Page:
Reference resolvers

As a reminder, here's the example query we're executing across our subgraphs:

query GetReviewsAndProducts {
latestReviews {
score
product {
upc
price # Not defined in reviews!
}
}
}

The gateway knows it can't fetch Product.price from the reviews subgraph, so first it executes the following query on reviews:

query {
latestReviews {
score
product { # List of Product representations
__typename
upc
}
}
}

Notice that this query omits price but adds __typename, even though it wasn't in the original query string! This is because the gateway knows it needs all of the fields in each Product's representation, including __typename.

With these representations available, the gateway can now execute a second query on the products subgraph to fetch each product's price. To support this special query, the products subgraph needs to define a reference resolver for the Product entity:

resolvers.js
// Products subgraph
const resolvers = {
Product: {
__resolveReference(reference) {
return fetchProductByUPC(reference.upc);
}
},
// ...
}

In the example above, fetchProductByUPC is a hypothetical function that fetches a Product's full details from a data store based on its upc.

A reference resolver (always called __resolveReference) provides the gateway direct access to a particular entity's fields, without needing to use a custom query to reach that entity. To use a reference resolver, the gateway must provide a valid entity representation, which is why we created the resolver in the reviews subgraph first!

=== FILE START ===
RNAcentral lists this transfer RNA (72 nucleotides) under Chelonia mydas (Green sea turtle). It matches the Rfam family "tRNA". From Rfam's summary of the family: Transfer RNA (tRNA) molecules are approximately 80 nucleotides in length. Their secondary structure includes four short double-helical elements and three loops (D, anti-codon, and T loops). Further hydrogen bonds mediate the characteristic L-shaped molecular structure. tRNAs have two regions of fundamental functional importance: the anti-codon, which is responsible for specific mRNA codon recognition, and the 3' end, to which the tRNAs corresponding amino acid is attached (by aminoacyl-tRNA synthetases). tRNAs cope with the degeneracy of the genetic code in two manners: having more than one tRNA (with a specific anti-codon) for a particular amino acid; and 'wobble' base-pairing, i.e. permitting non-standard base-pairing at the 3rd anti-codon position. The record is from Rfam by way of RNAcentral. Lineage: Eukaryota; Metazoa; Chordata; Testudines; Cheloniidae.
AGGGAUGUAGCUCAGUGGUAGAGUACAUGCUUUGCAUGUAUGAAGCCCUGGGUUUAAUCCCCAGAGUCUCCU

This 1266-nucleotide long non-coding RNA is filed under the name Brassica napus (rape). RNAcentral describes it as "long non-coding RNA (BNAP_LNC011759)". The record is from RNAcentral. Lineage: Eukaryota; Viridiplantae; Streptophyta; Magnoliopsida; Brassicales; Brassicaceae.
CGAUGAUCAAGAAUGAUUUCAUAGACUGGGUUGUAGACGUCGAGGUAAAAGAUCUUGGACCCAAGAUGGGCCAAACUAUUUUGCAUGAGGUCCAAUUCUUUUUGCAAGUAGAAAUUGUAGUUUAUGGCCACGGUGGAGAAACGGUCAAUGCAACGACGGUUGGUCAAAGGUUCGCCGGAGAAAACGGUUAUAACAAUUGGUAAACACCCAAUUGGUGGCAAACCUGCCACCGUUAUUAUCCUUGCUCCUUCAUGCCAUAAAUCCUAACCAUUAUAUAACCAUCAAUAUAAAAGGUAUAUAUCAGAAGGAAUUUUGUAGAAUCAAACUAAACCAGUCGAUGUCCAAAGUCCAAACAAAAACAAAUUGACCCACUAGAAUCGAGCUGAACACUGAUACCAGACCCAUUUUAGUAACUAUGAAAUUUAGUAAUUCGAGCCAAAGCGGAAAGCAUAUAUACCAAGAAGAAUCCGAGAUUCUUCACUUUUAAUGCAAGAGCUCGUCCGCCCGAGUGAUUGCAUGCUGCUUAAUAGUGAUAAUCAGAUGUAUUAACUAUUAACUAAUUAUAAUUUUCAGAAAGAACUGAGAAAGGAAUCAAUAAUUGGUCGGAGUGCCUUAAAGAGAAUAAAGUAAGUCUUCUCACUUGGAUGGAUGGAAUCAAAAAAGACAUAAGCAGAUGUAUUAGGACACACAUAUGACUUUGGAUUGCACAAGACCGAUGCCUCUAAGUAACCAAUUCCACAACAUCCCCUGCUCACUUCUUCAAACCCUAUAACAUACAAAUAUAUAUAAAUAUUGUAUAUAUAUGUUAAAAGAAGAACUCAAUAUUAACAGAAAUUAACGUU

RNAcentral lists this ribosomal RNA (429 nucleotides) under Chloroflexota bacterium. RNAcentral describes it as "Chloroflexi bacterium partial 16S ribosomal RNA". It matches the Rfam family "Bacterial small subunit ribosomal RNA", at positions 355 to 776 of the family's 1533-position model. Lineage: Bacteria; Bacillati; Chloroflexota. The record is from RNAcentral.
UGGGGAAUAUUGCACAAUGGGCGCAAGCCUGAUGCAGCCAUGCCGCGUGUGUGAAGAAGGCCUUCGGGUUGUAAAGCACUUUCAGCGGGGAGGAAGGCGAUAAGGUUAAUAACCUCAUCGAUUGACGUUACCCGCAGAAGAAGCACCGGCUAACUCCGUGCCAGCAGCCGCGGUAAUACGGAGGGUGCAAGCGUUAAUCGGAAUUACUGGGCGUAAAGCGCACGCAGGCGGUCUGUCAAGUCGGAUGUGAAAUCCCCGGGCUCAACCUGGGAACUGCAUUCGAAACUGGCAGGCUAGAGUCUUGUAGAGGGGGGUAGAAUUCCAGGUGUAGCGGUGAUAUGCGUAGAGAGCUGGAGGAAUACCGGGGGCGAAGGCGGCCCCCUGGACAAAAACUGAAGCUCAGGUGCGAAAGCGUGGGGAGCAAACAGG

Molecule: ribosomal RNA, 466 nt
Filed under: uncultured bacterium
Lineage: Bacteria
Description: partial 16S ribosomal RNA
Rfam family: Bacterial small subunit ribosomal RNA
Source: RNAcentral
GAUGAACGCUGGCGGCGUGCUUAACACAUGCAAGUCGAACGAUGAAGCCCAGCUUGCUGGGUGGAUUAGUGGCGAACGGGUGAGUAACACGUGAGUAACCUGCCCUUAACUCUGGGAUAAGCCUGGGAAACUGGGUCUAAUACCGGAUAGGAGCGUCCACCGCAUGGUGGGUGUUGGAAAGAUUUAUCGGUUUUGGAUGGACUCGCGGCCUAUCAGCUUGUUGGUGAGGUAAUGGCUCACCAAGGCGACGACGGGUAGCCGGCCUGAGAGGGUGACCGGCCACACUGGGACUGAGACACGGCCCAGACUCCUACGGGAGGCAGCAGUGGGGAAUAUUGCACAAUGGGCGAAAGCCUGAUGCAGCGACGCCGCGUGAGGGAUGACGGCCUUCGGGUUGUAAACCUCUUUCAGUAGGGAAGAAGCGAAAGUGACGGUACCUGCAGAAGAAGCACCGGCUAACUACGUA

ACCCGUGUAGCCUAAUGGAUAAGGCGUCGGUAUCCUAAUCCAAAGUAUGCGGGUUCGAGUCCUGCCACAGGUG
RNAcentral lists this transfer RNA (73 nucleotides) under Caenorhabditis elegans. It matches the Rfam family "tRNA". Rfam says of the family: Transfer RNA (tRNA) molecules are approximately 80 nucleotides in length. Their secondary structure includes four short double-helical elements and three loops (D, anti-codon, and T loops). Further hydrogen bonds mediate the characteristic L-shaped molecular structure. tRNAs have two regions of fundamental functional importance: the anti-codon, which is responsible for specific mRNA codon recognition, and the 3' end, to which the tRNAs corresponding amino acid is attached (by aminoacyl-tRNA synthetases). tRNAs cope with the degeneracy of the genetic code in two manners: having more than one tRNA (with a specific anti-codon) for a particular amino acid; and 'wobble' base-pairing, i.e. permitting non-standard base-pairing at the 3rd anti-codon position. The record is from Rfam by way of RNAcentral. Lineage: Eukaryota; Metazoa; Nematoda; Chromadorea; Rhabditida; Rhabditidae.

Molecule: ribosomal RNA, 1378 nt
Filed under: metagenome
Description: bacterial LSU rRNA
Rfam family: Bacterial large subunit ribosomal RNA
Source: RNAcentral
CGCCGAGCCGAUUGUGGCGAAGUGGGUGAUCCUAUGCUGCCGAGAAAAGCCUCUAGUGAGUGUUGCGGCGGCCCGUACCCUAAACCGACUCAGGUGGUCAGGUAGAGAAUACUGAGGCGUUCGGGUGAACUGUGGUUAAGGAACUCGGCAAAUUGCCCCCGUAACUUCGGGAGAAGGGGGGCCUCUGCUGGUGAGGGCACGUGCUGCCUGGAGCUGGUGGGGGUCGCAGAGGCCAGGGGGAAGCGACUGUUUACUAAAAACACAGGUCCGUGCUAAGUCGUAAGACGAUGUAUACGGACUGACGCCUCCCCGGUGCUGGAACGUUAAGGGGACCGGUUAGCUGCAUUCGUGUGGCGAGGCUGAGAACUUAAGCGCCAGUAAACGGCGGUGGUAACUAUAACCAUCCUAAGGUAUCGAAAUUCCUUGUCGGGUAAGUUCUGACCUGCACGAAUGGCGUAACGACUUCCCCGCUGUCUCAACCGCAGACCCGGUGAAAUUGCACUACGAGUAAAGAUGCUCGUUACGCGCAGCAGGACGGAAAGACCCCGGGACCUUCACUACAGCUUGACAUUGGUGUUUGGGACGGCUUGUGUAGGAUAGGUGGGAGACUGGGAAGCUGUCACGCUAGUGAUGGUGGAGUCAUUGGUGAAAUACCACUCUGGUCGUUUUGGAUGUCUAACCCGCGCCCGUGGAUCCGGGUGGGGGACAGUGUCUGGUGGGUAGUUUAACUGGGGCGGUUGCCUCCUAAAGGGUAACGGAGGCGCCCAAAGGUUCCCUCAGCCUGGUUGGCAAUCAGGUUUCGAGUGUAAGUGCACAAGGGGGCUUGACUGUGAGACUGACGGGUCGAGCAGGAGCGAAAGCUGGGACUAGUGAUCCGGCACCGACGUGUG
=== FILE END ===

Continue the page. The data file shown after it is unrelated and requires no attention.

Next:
To learn more about __resolveReference, see the API docs.

After fetching the price field from products via a reference resolver, the gateway can intelligently merge the data it obtained from its two queries into a single result and return that result to the querying client.

Extending entities

A subgraph can add fields to an entity that's defined in another subgraph. This is called extending the entity.

When a subgraph extends an entity, the entity's originating subgraph is not aware of the added fields. Only the extending subgraph (along with the gateway) knows about these fields.

Each field of an entity should be defined in exactly one subgraph. Otherwise, a schema composition error will occur.

Example #1

Let's say we want to add a reviews field to the Product entity. This field will return a list of reviews for the product. The Product entity originates in the products subgraph, but it makes more sense for the reviews subgraph to resolve this particular field.

To handle this case, we can extend the Product entity in the reviews subgraph, like so:

reviews
extend type Product @key(fields: "upc") {
upc: String! @external
reviews: [Review]
}